- an ultrasound, which uses sound waves that create images to look for disease in the pancreas or gallbladder that may be causing symptoms.
The digestive symptom profile of nausea, vomiting, abdominal pain, reflux, bloating, early satiety, and anorexia can vary in patients both in combination and severity.
Others may include weight loss/weight gain, constipation and/or diarrhea, wide glycemic fluctuations in diabetics, belching and bloating-again, developing soon after meal ingestion and lasting for hours-along with visible abdominal distention. The distention and bloating may push up against the diaphragm making breathing uncomfortable.
“A poorly emptying stomach additionally predisposes patients to regurgitation of solid food, as well as gastroesophageal reflux disease (GERD)”. The reflux may range from mild through to severe. GERD complications can create esophageal spasm (also called non-cardiac chest pain) and can add to the burden of chronic pain. In severe cases, reflux aspiration pneumonitis compounds the clinical picture.
Reports from one tertiary referral center found that out of their 146 patients with gastroparesis: 36% were idiopathic (unknown causes), 29% were diabetic, 13% were post-surgical, 7.5% had Parkinson’s disease and 4.8% had collagen diseases. Any disease of metabolic, neurological (psychiatric, brainstem, autonomic including sympathetic and parasympathetic or enteric), or connective tissue (autoimmune) origin has the potential to disrupt gastric neural circuitry.
Other causes of gastroparesis include:
- Injury to your vagus nerve from surgery
- A lack of thyroid hormone (hypothyroidism)
- Viral stomach infections (gastroenteritis)
- Medications such as narcotics and some antidepressants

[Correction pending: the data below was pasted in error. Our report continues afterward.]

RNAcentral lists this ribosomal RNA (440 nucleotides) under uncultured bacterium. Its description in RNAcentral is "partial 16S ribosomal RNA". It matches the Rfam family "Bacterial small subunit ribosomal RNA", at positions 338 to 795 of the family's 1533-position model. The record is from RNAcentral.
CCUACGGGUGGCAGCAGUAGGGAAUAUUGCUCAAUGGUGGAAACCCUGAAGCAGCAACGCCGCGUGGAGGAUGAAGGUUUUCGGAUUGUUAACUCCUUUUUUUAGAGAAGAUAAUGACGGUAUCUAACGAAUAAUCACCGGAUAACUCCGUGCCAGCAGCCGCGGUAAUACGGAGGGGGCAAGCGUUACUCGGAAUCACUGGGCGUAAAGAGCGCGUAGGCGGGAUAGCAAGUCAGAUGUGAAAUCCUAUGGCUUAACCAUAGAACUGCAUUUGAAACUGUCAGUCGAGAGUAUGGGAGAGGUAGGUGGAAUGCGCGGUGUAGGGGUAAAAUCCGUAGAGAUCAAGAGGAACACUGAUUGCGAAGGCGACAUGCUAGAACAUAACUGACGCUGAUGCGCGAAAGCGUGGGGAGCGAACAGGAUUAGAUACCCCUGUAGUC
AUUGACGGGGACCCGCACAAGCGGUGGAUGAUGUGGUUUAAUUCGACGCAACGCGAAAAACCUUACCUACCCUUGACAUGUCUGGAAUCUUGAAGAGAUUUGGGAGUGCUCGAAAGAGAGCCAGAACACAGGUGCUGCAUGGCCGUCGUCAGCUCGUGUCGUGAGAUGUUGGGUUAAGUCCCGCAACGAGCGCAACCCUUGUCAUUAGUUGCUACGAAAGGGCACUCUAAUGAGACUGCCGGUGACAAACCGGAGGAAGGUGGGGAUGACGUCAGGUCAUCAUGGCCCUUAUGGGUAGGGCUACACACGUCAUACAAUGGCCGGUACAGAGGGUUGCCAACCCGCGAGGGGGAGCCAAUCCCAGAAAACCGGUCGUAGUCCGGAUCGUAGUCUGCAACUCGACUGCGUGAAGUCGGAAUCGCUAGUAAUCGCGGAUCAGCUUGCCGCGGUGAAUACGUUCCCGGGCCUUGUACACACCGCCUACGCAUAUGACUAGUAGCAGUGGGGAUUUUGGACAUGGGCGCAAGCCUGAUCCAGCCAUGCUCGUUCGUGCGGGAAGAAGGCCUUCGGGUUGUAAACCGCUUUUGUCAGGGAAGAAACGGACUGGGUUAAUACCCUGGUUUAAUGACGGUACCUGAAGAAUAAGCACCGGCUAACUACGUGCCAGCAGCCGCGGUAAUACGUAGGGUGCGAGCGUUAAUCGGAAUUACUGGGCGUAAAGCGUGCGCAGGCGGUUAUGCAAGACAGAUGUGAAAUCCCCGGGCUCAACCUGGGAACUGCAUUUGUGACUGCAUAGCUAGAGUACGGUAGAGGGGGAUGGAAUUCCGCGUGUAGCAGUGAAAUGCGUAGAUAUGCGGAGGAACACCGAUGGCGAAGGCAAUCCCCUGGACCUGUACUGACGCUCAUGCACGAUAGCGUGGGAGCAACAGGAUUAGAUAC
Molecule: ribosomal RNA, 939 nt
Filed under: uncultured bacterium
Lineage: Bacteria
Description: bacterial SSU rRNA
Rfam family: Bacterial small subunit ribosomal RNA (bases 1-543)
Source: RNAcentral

- Parkinson’s disease
- Multiple sclerosis
- Rare conditions such as amyloidosis (deposits of protein fibers in tissues and organs) and scleroderma (a connective tissue disorder that affects your skin, blood vessels, skeletal muscles, and internal organs).
A stomach motor disturbance known as “dumping syndrome” whereby food or liquids empty too quickly from the stomach can present with similar symptoms as are found in gastroparesis. Other disorders that may clinically present as gastroparesis (gastritis, gastric ulcers, pyloric stenosis, celiac disease, and GI obstructions) need to be ruled out.
You may find these tips helpful:
- instead of 3 meals a day, try smaller, more frequent meals – this means there’s less food in your stomach and it will be easier to pass through your system
- try soft and liquid foods, or even semi solid foods which are easier to digest. In severe cases, broths might be advisable.
- Masticate well before swallowing ( i tried to check how long it’ll take to carefully grind a spoon of rice and i got 21seconds; you should try eating slowly. winks).
- drink non-fizzy liquids with each meal
It may also help to avoid certain foods that are hard to digest, such as apples with their skin on or high-fibre foods like oranges and broccoli, plus foods that are high in fat, which can also slow down digestion.
Use of drugs like domperidone, erythromycin, anti-emetics. Also note that these drugs might have side effects so it’s important to discuss with your doctor before using them.
Domperidone should only be taken at the lowest effective dose for the shortest possible time because of the small risk of potentially serious heart-related side effects.
Other options like electric stimulation, botulinum toxin injections, a feeding tube, surgery
FOOTNOTE FOR DIABETICS
The nerves to the stomach can be damaged by high levels of blood glucose, so it’s important to keep your blood glucose levels under control if you have diabetes.
Your doctor alongside a dietitian can advise you about any changes you may need to make to your diet or medicine. For example, if you’re taking insulin, you may need to divide your dose before and after meals and inject insulin into areas where absorption is typically slower, such as into your thigh.